People seem to want something more. They want bigger barns; they want to feel good about themselves and their circumstances. They want to go beyond Jesus.

Recently, I visited with the pastor of a really successful church, and he told me that they had well over ten thousand people attend at least one of their Easter weekend services. Talk about dazzling me!

I told this pastor about a small, two day pastors’ retreat that I had set up: it was going to be free, the food cost taken care of by another person, and held on a Mississippi plantation courtesy of one of our members. The guest speaker was going to be each of us sharing from the Scriptures. We would have time to ourselves . . . time to walk in the woods, read our Bibles and pray. Several days before the retreat all the pastors canceled, leaving just one other pastor and me to attend. So I called that pastor and told him we weren’t going to have it.

I asked the guru of success about this, and he told me, “You had nothing value added.”

“Value added?” I asked.

“Yes, you should have offered something extra, like chartering a large, deep sea fishing boat. Then nobody would have canceled.”

I wandered off, mulling his comments . . . if I’ve got to pay people to pray with me, I’d rather just pray with folks in my church and the handful of Black pastors that I meet with once a week. On a deep sea fishing trip, I’d be on my knees alright, seasick with my head over the side of the boat.

I don’t have anything more to offer than Jesus. People do come to Christ, and we’ve seen some marriages put back together and people get victory over alcohol and sexual problems . . . depression and bitterness, too . . . but many of those people had already been baptized, made professions of faith and were regular church attendees, even though a few came from outside the visible church. So I’ve pretty much always been embarrassed when I see our statistics compared with other churches.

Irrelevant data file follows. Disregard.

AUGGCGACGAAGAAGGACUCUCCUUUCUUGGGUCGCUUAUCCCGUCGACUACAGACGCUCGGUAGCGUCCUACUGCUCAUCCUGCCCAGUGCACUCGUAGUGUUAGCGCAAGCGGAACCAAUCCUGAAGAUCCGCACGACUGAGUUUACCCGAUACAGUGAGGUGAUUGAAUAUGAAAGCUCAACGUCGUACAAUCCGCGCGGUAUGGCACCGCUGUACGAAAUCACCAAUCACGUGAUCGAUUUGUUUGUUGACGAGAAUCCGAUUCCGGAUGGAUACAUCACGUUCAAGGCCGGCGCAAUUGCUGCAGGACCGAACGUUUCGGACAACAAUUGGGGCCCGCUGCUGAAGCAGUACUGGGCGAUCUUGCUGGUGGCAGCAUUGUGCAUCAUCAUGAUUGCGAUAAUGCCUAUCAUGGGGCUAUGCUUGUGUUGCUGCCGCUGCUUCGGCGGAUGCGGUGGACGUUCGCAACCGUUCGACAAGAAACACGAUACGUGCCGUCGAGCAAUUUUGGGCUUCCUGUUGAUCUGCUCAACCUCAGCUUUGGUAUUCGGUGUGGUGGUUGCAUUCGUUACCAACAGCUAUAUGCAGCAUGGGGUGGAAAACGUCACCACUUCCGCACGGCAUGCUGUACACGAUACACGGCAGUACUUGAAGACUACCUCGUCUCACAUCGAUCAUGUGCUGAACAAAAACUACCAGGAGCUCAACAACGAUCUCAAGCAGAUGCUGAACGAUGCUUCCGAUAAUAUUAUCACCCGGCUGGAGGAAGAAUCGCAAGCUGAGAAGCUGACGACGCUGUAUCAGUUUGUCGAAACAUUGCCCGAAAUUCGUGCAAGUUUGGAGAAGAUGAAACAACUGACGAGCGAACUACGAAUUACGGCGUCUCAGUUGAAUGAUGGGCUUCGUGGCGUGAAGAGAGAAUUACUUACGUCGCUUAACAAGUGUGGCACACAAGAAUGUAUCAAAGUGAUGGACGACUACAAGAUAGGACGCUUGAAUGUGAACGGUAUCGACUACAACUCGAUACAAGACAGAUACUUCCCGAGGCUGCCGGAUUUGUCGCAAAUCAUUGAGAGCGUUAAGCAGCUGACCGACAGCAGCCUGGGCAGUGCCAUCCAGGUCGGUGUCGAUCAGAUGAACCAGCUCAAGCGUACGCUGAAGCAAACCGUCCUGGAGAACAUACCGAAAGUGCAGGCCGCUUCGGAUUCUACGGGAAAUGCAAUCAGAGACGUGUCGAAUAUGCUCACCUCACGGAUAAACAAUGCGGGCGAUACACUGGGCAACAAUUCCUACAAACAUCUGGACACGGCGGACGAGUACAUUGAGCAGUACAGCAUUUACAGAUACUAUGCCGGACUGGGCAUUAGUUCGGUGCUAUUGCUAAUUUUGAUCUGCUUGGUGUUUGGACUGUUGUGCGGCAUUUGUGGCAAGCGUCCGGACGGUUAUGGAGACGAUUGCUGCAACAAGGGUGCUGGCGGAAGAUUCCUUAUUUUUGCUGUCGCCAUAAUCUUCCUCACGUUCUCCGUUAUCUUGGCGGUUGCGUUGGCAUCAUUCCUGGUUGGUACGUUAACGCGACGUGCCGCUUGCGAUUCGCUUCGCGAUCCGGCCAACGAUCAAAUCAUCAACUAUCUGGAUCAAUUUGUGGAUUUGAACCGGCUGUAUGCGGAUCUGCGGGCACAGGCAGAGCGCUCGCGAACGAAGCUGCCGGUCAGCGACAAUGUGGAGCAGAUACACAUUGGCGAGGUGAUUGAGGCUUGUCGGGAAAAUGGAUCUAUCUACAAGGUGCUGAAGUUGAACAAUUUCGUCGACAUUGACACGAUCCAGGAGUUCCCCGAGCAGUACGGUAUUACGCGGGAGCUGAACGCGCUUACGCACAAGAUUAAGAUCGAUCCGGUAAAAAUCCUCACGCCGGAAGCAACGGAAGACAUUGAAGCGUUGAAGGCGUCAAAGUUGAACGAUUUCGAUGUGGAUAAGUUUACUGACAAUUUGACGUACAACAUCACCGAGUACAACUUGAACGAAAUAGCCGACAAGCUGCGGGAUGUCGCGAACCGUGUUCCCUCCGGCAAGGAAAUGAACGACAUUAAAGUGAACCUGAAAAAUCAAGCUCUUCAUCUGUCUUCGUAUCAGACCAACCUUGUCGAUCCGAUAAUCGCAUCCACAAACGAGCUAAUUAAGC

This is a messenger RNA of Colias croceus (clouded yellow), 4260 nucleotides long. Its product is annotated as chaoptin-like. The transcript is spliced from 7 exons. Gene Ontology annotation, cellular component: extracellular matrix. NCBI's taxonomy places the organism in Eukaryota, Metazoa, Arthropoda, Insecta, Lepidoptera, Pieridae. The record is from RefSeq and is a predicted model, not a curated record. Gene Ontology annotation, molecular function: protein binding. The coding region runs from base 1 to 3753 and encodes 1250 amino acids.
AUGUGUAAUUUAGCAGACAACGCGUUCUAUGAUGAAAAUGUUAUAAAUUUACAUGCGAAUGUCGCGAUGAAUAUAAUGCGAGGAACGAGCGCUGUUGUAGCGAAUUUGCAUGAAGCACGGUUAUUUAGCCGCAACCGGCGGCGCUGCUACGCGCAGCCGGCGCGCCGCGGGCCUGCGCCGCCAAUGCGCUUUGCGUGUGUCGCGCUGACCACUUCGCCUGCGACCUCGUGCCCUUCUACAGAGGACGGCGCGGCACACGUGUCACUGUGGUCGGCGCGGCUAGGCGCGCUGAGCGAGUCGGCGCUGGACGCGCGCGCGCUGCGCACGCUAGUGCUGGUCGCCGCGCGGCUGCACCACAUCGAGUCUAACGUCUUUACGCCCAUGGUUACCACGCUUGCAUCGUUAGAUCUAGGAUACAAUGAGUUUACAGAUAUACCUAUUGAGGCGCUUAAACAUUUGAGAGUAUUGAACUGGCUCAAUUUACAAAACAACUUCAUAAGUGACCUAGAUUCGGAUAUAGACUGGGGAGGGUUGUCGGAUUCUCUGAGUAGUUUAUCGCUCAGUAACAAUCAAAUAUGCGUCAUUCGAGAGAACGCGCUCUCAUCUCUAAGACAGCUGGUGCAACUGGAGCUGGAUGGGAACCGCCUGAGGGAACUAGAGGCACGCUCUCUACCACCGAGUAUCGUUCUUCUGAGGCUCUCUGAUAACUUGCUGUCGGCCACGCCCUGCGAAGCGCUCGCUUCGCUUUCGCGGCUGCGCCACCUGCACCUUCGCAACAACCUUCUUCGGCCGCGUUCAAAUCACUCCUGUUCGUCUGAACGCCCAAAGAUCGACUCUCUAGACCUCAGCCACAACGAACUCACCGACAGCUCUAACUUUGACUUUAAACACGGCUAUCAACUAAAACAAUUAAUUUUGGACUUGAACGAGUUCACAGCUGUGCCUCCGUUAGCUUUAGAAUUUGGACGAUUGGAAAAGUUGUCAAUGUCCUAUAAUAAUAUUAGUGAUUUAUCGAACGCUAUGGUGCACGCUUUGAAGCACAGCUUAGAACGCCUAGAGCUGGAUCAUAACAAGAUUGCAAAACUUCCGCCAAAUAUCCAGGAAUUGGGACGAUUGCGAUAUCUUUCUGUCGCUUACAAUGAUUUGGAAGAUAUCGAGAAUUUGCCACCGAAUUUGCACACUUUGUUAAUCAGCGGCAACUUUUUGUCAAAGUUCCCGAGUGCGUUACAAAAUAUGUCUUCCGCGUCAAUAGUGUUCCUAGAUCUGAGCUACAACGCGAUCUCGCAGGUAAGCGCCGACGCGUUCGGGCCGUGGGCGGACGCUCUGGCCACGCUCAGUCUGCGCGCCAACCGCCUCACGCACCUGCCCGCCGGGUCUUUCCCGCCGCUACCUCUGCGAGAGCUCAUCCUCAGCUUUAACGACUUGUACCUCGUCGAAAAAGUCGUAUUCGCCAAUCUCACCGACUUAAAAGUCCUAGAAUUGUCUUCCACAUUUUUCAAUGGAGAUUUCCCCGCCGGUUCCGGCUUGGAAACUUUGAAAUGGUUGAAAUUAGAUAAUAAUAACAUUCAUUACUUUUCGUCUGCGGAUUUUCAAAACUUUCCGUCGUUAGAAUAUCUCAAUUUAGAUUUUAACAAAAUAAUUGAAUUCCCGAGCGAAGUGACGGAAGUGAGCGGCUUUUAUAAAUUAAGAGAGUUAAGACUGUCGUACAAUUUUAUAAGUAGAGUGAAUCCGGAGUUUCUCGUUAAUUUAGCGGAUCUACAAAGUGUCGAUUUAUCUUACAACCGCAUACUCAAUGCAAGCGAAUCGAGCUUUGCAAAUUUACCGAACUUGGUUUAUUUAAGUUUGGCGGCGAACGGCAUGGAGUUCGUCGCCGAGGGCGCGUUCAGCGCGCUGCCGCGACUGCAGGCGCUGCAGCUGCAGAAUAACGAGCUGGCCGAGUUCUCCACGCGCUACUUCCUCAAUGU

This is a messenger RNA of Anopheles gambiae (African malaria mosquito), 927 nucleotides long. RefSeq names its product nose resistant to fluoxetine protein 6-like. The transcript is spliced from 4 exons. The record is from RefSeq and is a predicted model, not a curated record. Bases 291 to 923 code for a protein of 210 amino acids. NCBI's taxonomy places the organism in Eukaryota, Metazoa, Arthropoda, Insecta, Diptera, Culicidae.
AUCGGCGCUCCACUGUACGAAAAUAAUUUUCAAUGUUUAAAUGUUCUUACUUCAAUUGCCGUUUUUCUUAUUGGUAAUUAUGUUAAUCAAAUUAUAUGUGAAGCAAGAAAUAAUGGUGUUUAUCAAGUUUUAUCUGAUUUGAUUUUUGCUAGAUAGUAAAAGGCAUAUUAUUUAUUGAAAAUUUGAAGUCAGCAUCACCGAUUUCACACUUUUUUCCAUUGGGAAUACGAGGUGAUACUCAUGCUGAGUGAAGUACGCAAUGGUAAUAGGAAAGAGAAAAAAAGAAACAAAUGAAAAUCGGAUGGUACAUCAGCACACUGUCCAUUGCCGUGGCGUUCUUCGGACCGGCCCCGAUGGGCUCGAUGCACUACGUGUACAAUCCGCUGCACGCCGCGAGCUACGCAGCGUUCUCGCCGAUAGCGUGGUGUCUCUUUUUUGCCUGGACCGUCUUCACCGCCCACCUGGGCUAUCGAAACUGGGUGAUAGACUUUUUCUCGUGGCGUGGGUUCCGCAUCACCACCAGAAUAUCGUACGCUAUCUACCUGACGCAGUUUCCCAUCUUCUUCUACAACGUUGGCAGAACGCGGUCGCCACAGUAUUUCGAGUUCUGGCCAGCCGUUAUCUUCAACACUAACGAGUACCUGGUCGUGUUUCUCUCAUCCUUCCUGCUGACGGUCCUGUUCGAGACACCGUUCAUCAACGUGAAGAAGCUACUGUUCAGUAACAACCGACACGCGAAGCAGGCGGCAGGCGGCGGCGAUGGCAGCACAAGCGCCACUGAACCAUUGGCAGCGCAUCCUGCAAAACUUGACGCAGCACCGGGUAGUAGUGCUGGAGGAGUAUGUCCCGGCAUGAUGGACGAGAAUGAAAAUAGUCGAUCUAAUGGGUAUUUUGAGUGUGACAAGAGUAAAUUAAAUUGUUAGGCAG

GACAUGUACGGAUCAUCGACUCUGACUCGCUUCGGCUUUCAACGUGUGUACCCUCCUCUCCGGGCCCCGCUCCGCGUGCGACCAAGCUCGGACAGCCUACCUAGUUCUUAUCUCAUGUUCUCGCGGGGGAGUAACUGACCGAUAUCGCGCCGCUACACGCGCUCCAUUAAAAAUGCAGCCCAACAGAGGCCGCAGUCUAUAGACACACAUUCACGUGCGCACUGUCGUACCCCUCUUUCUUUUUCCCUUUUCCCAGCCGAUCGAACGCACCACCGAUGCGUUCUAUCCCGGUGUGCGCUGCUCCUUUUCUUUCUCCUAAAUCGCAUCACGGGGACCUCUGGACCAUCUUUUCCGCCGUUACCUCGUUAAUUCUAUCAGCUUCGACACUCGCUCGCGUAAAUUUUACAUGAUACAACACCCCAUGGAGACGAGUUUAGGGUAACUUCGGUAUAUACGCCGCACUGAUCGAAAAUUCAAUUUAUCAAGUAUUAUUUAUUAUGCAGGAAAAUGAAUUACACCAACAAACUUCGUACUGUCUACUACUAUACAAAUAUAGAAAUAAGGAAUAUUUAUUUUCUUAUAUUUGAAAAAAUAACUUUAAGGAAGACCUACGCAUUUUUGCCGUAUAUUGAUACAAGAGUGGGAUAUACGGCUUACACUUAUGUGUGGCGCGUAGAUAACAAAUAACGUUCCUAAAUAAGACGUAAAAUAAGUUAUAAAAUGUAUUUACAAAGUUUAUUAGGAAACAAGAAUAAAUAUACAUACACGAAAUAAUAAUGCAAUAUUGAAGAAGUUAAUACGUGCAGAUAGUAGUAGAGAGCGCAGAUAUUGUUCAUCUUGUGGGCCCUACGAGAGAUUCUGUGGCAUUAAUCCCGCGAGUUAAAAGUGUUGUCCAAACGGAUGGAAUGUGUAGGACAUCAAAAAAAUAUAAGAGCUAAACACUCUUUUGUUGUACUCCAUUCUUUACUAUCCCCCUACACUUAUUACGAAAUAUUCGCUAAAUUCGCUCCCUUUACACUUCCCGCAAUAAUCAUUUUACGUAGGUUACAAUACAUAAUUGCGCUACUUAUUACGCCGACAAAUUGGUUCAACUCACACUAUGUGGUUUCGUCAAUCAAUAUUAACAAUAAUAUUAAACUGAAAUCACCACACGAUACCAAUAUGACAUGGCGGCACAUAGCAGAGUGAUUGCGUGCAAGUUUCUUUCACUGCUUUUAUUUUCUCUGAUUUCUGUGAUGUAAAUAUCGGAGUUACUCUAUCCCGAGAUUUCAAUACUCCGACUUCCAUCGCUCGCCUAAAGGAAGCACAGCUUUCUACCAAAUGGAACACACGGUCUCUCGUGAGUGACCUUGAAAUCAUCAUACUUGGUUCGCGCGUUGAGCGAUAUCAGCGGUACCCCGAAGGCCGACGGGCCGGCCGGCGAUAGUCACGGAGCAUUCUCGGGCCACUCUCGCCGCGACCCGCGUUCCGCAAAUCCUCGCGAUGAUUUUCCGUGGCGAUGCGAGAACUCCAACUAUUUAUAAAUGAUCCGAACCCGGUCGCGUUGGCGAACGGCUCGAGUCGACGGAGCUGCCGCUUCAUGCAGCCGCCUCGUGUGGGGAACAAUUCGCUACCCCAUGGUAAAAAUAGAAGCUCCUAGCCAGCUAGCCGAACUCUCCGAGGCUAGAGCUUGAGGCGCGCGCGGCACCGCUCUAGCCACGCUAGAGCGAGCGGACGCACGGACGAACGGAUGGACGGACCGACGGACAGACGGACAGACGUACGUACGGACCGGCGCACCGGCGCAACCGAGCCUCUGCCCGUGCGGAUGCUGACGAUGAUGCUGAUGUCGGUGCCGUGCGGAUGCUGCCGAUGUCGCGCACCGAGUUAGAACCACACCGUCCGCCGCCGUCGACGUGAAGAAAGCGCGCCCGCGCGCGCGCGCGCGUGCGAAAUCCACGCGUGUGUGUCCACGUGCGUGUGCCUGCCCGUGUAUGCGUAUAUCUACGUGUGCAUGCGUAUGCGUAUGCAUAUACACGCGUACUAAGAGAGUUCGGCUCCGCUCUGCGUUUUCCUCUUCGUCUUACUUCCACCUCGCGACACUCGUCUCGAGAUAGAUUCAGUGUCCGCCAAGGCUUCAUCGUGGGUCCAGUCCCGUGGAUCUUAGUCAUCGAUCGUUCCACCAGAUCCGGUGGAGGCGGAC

I’m grateful for a college and seminary education and the ability to read the Bible in the original languages, but nobody is dazzled with my new insights and perspectives on anything. Other preachers don’t flock to sit at my feet and drink from my fountain of knowledge or learn the secrets of my success. I don’t preach with wall charts of Bible prophecy and current events in the Middle East . Nobody comes to me to learn how to become a millionaire. Everything that I ever say has been said better by somebody else; nothing’s original.

I’m not into liturgics, nor am I a movie critic; nobody invites me to lecture on history, and we don’t have an annual ball to pine away about bygone days. We’re not the local headquarters of the Christian Coalition. Our musicians are excellent, but we don’t produce CDs of our services. I sometimes say something funny in a sermon, but nobody is “slain” by laughter hysteria, and people don’t get gold dust in their hair or cavities filled during our prayer meetings.

I think that I understand what my wife said.

Bob Vincent